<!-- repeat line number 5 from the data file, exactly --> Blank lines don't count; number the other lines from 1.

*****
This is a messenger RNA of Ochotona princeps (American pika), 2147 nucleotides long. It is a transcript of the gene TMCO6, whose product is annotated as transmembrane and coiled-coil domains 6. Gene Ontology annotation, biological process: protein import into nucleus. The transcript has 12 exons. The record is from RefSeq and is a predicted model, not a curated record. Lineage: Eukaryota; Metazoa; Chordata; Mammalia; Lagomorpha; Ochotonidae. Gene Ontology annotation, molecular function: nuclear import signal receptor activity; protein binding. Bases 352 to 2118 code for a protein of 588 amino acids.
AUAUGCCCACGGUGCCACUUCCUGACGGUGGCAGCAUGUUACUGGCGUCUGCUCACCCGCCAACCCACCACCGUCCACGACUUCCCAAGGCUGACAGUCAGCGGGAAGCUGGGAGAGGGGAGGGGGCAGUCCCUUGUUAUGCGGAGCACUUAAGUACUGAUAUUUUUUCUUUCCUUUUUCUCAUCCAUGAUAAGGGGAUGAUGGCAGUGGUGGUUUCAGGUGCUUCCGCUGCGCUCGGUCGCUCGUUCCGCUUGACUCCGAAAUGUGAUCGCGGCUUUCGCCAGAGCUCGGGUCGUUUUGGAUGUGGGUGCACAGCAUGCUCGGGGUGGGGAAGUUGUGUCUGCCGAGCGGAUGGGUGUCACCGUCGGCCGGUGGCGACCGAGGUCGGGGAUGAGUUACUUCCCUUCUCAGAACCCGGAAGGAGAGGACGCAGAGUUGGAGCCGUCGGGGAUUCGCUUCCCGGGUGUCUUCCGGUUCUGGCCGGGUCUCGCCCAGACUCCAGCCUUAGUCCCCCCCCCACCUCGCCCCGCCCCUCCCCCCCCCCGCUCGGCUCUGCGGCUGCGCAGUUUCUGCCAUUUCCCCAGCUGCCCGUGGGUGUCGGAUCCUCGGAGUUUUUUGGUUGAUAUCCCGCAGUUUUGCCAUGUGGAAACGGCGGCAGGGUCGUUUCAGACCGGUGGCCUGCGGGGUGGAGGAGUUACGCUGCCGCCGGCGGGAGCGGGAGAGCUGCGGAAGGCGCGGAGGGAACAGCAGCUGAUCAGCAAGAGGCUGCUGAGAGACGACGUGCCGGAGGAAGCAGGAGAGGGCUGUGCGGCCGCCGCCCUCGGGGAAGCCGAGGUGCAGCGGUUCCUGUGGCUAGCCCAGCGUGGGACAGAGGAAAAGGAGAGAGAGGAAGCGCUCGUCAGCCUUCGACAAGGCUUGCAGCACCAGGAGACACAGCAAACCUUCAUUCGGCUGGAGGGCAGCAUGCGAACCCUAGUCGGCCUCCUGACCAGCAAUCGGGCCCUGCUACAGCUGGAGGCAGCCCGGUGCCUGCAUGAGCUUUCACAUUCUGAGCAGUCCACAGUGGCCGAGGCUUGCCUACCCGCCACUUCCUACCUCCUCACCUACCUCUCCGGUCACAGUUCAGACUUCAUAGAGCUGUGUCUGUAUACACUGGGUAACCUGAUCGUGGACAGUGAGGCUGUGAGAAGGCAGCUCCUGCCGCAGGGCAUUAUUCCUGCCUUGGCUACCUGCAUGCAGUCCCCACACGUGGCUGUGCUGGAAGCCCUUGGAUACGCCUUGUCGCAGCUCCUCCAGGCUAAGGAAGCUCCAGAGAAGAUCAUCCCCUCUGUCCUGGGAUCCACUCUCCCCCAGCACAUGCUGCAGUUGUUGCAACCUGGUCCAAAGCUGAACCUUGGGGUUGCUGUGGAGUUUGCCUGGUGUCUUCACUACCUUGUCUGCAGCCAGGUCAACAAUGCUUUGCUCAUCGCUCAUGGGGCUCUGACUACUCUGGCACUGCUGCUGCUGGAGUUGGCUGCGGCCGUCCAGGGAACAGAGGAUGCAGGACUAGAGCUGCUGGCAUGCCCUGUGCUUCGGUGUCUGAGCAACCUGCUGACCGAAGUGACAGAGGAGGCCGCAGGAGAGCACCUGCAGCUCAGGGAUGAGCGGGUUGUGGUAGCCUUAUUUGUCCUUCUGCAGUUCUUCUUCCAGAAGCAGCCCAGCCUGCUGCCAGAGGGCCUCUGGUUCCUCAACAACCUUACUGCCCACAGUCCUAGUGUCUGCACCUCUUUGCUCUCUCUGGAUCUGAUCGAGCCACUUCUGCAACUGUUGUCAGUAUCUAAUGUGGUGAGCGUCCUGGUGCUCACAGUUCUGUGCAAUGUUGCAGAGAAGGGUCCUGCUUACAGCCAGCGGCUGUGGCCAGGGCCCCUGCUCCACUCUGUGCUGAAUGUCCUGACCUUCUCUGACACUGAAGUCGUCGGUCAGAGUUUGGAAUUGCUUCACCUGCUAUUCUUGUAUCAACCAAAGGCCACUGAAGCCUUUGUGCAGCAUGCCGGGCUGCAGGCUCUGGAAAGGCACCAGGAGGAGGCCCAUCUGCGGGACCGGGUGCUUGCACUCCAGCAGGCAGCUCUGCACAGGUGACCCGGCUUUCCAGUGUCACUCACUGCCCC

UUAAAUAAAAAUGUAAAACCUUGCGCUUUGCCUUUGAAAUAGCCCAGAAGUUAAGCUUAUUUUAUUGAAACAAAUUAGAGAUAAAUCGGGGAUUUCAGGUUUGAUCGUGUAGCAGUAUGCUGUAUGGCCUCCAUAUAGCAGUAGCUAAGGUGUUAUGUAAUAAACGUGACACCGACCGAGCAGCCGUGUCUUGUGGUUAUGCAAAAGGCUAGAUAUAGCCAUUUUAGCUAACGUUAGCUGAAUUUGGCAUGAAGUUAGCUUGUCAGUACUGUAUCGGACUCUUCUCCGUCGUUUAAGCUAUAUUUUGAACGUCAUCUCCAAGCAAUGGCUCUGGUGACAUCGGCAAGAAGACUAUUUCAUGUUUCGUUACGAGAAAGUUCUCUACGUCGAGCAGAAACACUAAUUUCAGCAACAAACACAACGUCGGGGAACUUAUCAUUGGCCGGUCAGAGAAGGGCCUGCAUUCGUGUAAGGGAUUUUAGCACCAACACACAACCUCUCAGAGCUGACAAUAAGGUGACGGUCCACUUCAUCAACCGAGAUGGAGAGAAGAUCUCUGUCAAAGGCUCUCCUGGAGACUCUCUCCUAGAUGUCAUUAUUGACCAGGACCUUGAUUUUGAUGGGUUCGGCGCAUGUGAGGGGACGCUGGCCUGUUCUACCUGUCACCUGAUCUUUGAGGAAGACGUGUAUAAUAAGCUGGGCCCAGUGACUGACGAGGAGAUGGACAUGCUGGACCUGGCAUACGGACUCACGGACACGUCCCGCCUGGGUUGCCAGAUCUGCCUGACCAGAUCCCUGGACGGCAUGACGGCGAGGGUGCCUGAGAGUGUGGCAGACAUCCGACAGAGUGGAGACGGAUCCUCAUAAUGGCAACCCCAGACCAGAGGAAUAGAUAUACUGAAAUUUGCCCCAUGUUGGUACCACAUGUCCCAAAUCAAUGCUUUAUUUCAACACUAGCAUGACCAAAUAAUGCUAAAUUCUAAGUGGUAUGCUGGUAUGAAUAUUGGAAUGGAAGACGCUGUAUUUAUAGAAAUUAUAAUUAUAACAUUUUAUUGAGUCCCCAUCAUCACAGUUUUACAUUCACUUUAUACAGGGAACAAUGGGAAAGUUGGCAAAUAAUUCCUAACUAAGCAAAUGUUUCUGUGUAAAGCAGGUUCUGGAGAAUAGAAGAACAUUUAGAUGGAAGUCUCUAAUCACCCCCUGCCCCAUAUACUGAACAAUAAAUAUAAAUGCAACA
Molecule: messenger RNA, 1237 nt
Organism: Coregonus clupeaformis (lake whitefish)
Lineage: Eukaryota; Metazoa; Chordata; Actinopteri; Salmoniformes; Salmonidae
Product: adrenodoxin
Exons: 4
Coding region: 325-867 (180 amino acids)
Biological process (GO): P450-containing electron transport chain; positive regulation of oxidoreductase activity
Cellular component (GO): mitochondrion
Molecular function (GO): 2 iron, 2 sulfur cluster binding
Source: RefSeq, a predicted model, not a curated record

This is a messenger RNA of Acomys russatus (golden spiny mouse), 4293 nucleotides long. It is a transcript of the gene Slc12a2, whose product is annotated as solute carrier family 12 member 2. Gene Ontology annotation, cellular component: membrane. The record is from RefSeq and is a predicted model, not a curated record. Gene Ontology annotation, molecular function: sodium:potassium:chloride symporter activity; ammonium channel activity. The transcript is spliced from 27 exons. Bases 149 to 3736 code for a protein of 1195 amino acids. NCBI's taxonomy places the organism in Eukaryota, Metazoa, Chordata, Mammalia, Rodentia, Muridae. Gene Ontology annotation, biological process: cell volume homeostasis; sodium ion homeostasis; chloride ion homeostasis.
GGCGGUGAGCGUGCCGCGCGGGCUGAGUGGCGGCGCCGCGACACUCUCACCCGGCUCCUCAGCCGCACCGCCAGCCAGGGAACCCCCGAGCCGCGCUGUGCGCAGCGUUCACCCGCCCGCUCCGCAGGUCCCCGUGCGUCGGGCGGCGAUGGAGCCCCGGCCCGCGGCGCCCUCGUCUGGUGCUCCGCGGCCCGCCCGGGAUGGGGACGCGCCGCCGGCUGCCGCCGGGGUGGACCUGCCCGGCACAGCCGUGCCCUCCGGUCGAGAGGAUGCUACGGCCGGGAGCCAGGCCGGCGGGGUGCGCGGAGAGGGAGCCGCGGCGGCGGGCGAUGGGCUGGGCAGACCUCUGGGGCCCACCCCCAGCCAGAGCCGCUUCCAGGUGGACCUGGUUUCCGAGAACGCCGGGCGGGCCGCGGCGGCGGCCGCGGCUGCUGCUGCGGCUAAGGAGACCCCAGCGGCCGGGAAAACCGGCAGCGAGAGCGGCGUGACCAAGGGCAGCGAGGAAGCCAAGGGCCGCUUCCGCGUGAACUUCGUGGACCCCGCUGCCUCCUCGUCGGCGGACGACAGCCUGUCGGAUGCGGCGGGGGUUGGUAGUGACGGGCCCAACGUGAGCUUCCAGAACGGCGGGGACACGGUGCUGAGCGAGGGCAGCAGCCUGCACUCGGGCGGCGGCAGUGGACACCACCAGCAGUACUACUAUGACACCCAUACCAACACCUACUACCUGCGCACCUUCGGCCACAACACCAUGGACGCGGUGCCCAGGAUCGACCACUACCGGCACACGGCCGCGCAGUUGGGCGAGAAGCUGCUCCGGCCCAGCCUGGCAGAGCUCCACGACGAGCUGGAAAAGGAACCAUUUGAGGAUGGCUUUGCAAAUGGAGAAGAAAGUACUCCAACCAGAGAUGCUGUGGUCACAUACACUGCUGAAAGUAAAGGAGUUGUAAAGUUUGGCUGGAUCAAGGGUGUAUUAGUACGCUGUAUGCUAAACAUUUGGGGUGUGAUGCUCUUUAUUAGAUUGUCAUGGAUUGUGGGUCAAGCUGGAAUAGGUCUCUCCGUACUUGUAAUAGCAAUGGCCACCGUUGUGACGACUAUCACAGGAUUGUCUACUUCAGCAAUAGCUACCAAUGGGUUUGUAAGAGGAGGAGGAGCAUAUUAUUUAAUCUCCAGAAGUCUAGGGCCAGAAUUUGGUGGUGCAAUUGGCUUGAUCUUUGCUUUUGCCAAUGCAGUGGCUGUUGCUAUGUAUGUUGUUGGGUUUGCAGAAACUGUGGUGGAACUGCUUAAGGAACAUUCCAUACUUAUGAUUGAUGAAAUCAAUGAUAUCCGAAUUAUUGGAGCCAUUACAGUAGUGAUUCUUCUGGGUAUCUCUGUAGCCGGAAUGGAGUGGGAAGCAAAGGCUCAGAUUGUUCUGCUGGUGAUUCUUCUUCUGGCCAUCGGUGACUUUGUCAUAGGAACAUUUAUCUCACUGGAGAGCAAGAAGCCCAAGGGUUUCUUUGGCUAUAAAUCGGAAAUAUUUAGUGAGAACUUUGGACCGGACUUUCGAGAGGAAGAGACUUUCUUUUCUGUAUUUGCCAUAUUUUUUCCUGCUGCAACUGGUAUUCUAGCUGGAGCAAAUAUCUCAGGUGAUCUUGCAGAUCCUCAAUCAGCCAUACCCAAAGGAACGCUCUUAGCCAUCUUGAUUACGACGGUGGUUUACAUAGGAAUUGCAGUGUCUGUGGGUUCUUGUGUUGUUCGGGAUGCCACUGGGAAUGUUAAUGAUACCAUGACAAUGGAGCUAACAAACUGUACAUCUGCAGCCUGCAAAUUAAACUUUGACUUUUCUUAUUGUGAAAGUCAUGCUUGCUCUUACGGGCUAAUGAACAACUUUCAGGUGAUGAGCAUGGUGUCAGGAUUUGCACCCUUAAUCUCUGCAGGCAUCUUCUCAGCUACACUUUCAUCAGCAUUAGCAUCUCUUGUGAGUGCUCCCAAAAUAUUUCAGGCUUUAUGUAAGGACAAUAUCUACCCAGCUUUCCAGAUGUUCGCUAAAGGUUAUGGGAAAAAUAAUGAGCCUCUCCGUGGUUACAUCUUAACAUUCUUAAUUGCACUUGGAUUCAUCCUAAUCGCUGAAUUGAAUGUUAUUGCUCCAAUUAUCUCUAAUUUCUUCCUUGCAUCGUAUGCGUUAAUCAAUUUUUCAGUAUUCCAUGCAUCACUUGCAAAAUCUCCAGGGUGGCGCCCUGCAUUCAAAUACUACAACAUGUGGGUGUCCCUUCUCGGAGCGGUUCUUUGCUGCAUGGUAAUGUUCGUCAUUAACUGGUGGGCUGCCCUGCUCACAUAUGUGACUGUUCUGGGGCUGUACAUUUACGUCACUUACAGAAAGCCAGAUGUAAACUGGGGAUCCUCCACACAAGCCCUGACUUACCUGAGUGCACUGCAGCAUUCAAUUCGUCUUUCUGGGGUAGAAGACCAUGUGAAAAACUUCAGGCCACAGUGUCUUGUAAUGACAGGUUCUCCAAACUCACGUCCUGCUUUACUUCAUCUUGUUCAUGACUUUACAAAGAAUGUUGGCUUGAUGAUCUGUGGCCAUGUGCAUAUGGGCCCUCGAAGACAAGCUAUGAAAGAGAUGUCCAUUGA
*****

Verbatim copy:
Organism: Coregonus clupeaformis (lake whitefish)